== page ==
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Dec 16

Why Older Adults Are So Susceptible to Financial Fraud

financial fraudWe hear a lot about the types of scams that seniors and families should be aware of, and this particular article details not only why older adults are targeted, but how it is that they become victims of financial fraud. Thanks for visiting us at Aviva Home Care. We provide in-home nursing care to area seniors throughout the Palm Beach County area of Florida. 

Innovations in technology, medicine and public health have resulted in longer life spans for Americans. In 1950, the average American could only expect to live to age 68; the average has since jumped to 78. Longer life spans have led to a burgeoning older adult population, in sheer numbers as well as in percentage of the population. In this regard, we can count aging as a true success story.

Yet the significance of the older adult generation lies not only in its size but also in its economic power. Older boomers are wealthier than the generations before them, with a median net worth of $241,333, a 34 percent increase over that of the War Babies generation (born 1936 -1945) and a 39 percent increase over Depression Babies (born 1926-1935). Older adults also represent greater purchasing power. Nielsen reported that the 50+ population consists of nearly 100 million consumers who are responsible for $230 billion worth of sales in packaged goods, a whopping 49 percent of total sales. As AARP spokeswoman Jody Holtzman commented, “You’d have to be an idiot to turn your back on this humongous market.”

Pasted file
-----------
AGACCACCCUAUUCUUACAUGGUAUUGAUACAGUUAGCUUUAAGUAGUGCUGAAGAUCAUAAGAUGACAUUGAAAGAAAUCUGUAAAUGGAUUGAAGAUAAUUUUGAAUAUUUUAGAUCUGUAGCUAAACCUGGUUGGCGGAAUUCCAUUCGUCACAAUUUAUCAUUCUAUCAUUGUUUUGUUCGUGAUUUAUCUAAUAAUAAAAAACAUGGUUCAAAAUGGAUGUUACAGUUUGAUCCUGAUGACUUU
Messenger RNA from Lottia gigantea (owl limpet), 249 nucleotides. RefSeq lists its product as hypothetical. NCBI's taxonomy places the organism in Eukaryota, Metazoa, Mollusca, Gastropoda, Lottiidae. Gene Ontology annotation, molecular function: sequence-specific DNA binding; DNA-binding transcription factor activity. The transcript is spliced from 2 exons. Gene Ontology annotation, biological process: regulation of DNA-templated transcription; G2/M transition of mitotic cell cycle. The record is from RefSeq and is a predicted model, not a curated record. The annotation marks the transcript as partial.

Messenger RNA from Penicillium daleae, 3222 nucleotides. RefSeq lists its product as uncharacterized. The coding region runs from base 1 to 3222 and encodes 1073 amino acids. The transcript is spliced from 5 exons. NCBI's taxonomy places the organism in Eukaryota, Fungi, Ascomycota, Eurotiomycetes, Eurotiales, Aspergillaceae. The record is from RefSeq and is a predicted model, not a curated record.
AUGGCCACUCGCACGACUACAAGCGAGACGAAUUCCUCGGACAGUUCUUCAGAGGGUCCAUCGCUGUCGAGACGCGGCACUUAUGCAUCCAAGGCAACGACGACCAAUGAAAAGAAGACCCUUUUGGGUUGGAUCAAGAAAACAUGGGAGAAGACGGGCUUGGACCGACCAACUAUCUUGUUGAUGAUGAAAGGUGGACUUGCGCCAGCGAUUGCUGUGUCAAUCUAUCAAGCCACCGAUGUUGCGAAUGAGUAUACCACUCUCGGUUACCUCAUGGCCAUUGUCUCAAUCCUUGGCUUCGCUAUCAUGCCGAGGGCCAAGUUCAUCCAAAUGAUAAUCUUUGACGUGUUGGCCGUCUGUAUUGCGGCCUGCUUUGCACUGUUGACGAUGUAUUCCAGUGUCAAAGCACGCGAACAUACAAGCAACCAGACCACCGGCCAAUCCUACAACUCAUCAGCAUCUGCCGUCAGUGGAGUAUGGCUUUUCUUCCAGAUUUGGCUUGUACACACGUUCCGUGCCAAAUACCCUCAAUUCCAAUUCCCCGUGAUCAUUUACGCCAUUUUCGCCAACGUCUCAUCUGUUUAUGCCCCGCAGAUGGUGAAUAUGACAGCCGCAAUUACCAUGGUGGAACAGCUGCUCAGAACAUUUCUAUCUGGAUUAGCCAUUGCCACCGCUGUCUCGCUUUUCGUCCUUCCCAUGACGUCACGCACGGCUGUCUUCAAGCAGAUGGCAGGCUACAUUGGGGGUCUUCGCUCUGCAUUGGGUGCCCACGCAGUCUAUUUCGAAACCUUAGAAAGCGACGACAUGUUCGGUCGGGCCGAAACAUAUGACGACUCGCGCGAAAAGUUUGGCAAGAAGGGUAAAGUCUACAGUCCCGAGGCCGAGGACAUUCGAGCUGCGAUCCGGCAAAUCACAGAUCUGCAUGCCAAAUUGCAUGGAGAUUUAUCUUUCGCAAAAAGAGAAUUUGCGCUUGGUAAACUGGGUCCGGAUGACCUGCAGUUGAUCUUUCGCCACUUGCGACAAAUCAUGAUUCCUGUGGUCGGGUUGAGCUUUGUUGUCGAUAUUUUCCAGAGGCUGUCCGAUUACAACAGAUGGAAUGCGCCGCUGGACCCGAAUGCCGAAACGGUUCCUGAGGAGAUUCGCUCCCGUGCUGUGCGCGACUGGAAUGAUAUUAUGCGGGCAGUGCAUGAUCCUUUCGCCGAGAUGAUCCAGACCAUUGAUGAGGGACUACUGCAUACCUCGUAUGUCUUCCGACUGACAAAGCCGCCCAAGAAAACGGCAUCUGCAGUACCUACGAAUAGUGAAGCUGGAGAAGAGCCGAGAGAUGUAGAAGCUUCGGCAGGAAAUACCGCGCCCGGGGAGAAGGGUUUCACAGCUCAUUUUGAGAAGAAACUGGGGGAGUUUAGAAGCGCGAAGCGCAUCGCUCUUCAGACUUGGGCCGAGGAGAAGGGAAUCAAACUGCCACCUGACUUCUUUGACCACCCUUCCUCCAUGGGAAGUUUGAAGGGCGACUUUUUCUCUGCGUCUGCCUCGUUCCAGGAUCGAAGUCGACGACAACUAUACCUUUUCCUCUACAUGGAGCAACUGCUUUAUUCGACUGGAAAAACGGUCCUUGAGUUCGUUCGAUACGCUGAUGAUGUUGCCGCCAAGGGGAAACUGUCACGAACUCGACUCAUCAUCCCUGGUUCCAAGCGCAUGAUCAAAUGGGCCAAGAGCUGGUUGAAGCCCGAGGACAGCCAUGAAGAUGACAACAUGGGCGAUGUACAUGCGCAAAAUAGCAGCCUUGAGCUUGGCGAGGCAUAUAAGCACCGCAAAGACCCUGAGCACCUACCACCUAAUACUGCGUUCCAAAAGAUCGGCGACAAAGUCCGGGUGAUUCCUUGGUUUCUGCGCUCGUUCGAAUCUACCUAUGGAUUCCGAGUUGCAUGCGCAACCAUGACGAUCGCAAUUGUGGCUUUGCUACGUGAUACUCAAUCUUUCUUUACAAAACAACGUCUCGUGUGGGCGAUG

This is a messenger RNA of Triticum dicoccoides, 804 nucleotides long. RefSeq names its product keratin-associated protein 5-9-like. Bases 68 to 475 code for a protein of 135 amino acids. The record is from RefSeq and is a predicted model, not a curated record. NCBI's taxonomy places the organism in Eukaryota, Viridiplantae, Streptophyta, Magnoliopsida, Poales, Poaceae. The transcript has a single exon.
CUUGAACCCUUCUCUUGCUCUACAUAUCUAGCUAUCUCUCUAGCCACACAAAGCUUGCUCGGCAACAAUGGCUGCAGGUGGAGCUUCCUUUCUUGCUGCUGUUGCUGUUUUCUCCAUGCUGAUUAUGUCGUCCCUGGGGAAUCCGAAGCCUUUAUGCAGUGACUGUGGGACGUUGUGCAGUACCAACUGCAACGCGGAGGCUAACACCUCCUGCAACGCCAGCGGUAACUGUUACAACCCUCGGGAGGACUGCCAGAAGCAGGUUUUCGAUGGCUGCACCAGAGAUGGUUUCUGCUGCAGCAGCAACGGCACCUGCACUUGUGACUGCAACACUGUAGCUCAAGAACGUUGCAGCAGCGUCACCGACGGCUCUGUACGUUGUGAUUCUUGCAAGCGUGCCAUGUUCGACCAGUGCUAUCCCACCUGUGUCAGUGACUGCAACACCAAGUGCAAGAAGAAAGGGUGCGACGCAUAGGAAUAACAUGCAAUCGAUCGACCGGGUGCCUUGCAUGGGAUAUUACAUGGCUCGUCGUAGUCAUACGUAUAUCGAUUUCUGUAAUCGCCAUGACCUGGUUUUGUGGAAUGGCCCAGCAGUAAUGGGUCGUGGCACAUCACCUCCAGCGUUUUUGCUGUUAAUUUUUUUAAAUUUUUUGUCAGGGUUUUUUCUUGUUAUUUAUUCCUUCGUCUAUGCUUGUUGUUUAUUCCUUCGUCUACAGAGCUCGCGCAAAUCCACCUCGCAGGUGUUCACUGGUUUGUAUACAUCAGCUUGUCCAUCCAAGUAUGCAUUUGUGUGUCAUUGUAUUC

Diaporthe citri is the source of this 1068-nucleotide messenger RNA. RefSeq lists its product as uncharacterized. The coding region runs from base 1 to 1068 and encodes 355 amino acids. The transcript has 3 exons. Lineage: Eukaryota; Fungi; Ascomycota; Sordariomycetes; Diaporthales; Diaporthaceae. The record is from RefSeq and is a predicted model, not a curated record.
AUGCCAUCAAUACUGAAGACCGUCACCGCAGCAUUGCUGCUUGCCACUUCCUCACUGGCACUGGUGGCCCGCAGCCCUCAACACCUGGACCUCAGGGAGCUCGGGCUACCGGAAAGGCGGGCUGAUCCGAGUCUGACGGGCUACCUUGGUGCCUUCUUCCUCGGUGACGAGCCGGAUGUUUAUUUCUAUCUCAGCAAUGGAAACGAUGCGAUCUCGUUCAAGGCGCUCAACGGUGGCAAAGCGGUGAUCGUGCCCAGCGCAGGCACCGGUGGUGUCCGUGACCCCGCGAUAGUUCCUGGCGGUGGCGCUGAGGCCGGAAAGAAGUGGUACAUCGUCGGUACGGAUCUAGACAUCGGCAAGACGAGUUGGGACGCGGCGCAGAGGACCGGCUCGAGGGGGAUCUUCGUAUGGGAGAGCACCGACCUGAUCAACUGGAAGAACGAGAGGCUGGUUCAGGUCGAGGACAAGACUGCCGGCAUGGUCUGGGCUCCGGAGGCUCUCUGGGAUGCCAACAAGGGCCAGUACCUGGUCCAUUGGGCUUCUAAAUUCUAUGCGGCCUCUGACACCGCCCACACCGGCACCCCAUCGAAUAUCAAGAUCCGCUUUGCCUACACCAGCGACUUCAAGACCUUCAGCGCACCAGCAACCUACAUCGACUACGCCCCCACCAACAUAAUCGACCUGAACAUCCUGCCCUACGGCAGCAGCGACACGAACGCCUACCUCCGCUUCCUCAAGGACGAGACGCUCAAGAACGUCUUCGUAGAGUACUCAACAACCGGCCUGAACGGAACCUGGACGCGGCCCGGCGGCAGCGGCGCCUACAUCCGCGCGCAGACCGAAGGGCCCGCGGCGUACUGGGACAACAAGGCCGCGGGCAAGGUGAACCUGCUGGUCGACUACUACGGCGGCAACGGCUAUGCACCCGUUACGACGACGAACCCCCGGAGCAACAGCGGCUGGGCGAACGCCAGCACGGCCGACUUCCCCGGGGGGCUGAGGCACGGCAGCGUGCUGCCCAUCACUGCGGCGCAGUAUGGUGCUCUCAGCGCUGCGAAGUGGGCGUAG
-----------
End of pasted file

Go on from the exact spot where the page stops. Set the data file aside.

Pitfalls of Prosperity: Financial Fraud Scams

Con artists, scammers, and other perpetrators of financial fraud and abuse are clearly not idiots, however. In 2010, one fifth of Americans over age 65 reported in a telephone survey that they had been subject to some sort of financial fraud or abuse. And it is not only wealthy seniors who have attracted scammers’ eyes. Most studies show no link between income and prevalence of financial abuse. As Cindy Hounsell of the Women’s Institute for a Secure Retirement (WISER) explained “[older women] feel badly they have nothing to leave [their relatives], then someone calls up and says, ‘You just won!’ They all say the same thing – that’s why [these women] fall for it.”

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